Get out while the gettin' is good.

Many of the nation's "penny stock" firms are closing their doors. They're running away from tougher federal regulations, their own bad reputations and a sluggish economy.Stuart-James Co., the nation's biggest broker of low-priced stocks selling for $5 or less per share, recently pulled out of the securities business. Earlier this year, another penny stock giant, Blinder Robinson & Co., sought Chapter 11 bankruptcy protection.

According to the Securities and Exchange Commission, the number of securities firms offering these equities has dwindled from 337 to 255 over the past two years. At the same time, overall commissions at penny stock firms tumbled 34 percent.

There is a need for a market to promote capital formation for small companies. In addition, some people have made money from selected penny stocks. However, as this column has pointed out many times, these high-risk issues have often been subject to manipulation. That's because few shares are available and there has traditionally been little information concerning the companies.

Ruthless promoters often charge enormous markups. High-pressure "cold call" sales techniques, in which sales people phone folks out of the blue based on subscription lists, have been common. Always a crap shoot, the penny stock market has allowed crooks to prey upon the uninformed and elderly.

"I worked as a penny stock broker during college and didn't have financial or historical data for most of the stocks I sold," recalls one former broker from New Jersey. "One stock I sold to a clergyman collapsed altogether and I found that, contrary to what my underwriting department had told me, the whole thing was a complete scam that didn't exist."

Everyone familiar with the securities industry knew about these problems for years, but only recently has the government acted. First came the penny stock cold-calling rule, which went into effect the beginning of this year. It requires that the broker obtain personal financial information from you and that you sign a statement verifying those facts. The broker must also give you in writing the identity and quantity of the security offered, and obtain your signed purchase approval.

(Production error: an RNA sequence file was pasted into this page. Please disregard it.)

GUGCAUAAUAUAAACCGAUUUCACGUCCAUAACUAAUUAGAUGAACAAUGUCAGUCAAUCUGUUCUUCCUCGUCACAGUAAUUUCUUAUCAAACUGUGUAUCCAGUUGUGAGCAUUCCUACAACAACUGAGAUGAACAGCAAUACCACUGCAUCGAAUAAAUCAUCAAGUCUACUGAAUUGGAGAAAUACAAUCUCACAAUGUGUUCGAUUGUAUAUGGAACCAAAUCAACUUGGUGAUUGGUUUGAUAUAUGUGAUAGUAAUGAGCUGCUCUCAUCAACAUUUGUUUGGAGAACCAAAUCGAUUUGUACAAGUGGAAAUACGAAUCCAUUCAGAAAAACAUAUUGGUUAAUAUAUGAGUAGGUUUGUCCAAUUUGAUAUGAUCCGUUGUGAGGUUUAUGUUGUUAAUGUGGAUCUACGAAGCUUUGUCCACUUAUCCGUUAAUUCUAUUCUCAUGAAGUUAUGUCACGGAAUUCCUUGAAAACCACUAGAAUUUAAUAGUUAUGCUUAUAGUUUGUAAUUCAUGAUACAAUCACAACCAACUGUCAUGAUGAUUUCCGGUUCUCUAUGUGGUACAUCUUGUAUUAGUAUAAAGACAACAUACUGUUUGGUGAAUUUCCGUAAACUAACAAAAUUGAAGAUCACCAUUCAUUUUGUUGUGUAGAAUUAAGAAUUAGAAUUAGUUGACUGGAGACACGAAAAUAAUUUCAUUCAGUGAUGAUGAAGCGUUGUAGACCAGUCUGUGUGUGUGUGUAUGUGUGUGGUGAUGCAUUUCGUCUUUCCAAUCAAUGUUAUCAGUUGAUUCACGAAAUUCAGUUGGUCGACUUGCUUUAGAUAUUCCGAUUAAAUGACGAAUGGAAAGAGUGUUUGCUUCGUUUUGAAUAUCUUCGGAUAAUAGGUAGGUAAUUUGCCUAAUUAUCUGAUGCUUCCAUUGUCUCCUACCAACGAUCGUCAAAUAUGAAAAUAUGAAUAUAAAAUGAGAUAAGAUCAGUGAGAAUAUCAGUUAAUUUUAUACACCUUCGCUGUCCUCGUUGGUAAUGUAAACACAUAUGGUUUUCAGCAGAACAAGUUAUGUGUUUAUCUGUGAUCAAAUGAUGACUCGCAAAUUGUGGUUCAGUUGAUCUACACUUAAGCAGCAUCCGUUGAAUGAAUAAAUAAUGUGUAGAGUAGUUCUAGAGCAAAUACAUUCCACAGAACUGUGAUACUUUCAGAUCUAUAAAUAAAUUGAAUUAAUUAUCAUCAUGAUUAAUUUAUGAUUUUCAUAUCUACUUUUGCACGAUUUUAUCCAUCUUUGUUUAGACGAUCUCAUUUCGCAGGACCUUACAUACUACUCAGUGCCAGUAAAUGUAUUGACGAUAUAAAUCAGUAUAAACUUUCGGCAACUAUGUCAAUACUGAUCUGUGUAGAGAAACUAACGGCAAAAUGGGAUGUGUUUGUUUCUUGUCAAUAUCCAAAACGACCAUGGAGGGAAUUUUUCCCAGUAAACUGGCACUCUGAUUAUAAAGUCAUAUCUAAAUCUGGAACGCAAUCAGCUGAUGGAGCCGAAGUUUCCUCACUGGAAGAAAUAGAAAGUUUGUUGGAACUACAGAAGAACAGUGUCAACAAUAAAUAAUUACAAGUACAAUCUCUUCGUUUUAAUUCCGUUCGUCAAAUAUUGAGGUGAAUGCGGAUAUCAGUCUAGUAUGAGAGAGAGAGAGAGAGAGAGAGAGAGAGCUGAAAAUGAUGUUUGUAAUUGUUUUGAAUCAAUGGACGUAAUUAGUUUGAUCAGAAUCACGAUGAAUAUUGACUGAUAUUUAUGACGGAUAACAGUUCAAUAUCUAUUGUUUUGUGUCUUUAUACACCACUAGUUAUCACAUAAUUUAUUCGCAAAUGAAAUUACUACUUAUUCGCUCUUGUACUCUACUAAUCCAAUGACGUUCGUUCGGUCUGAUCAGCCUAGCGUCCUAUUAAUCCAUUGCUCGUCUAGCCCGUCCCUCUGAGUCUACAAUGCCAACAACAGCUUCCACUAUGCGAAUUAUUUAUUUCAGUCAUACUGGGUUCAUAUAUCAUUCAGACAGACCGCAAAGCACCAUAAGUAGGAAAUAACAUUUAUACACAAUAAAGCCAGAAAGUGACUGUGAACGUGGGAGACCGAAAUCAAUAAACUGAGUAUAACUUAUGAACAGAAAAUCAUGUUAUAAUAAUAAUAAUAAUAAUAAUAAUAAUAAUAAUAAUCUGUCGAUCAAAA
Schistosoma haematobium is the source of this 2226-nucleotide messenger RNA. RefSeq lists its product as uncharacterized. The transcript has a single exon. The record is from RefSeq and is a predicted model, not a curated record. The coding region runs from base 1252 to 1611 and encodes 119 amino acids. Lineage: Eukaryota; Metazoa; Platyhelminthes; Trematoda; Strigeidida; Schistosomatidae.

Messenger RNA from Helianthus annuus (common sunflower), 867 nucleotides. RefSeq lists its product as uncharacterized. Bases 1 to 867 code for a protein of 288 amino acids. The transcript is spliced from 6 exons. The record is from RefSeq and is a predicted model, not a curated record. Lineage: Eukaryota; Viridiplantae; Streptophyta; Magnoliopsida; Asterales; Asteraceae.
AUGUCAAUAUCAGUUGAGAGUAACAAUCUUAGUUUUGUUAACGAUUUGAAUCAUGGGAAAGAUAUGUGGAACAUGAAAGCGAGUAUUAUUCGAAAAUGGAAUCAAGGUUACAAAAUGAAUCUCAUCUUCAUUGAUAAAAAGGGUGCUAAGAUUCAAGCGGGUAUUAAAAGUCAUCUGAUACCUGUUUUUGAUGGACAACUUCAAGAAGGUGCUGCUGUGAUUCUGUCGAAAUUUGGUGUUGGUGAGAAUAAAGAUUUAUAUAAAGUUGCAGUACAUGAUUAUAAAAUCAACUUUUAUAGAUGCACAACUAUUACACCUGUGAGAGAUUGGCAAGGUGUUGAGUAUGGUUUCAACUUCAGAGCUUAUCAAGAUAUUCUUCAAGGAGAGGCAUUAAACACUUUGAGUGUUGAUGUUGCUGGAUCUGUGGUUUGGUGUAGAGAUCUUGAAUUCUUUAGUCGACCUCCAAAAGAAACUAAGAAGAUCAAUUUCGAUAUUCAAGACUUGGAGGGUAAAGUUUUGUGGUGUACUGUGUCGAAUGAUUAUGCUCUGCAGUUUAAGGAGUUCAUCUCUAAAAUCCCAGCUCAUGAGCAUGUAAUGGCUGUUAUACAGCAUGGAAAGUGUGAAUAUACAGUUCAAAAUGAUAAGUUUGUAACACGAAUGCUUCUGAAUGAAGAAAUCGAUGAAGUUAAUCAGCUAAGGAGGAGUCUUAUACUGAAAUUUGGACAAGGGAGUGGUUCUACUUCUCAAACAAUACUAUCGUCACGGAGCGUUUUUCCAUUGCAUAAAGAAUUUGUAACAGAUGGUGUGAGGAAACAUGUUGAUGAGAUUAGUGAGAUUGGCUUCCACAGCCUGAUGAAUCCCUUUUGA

"Few of the people who bought penny stocks in the past have been sophisticated enough to understand the stocks and the risks involved so they could make a sound investment decision," said Joseph Goldstein, head of the SEC's penny stock task force. "Most of the stocks which are manipulated are dominated and controlled by one market maker and, if it goes out of business, the stock goes in the tank."

More recently, legislation signed into law this fall expands the SEC's regulatory powers over penny stocks. Rules will be formulated and adopted by the SEC over the next year and a half by which brokers must disclose to investors greater information about both the transaction and commissions. They will also have to provide a monthly statement to the investor on the status of his stock.

In addition, there will be development of an automated quotation system (the National Association of Securities Dealers this year already started up a pilot-project electronic "Bulletin Board" of low-priced stocks). So-called "blank check" stock offerings, involving start-up companies with no specific business plan or purpose, will also be reined in.

"I believe that all these regulatory changes will make the marketplace a more credible one for penny stocks," said William Schief, vice president in the NASD compliance division. "However, there will always be some problems, for start-up companies have no business history and by their nature are speculative."

What do the remaining penny stock brokerage firms think of the new regulations?

"My guess is that the requirements, by virtue of all the paperwork required, may be the last nail in the coffin for the market in stocks costing $1 or less," said Kevin Wood, acting president of Denver-based Malone & Associates Inc., which sells penny stocks.

If you decide to invest, realize the risks.